Dissertation/Thesis Abstract

A Large-Scale Study of Diet and Morphology of Black Perch ( Embiotoca jacksoni): Comparing Stomach Content and Stable Isotope Analyses
by Stirling, Brian S., M.S., California State University, Long Beach, 2018, 68; 10977422
Abstract (Summary)

A species’ diet is central to shaping both its life history and the dynamics of its populations. I measured diet and morphology of Black Perch (Embiotoca jacksoni) within eight different populations located throughout the Southern California Bight. Diet was assessed using three different methods including stable isotope analysis (SIA), stomach content analysis (SCA), and electivity (E), an index that accounts for differences in prey availability. My goals were 1) to evaluate the degree to which diets varied among populations, and 2) to assess the agreement of SIA and SCA by comparing estimated diets in three focal populations where I also analyzed isotopes of prey.

The results revealed considerable among-population variation in morphology, including traits such as eye size (among-population component of variance (APCV) = 27%) and gape (APCV = 24%). However, there were no obvious patterns such as island versus mainland morphotypes, or spatial similarity in morphology. The APCV in diet was substantial (42% for SIA, 37% for SCA) and significant among population variation in electivity (18% of total) suggested that fish in different populations preferred different sets of prey. There was modest agreement between diet reconstructed from stable isotope signatures, and diet inferred from stomach contents. Stable isotope mixing models indicated that decapods and polychaetes may be more common or important prey than stomach contents suggest. These results indicate that diets of Black Perch populations may be more variable than previously thought; that populations vary with respect to prey preference; and that SCA can be augmented with SIA to provide more accurate estimate diets within wild populations.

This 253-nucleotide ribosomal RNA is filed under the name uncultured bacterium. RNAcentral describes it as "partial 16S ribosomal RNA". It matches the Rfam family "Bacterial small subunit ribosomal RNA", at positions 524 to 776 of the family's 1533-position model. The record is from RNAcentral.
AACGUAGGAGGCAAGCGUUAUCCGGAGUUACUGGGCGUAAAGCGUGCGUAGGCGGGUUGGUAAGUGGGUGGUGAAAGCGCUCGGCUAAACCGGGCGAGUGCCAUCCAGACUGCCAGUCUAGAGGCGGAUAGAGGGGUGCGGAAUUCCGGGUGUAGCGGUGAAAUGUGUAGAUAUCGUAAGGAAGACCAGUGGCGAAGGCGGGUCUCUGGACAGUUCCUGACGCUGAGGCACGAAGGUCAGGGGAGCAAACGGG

Indexing (document details)
Advisor: Johnson, Darren W.
Commitee: Bracken, Matthew E.S., Whitcraft, Christine R.
School: California State University, Long Beach
Department: Biological Sciences
School Location: United States -- California
Source: MAI 58/02M(E), Masters Abstracts International
Source Type: DISSERTATION
Subjects: Biology, Zoology
Keywords:
Publication Number: 10977422
ISBN: 9780438685093
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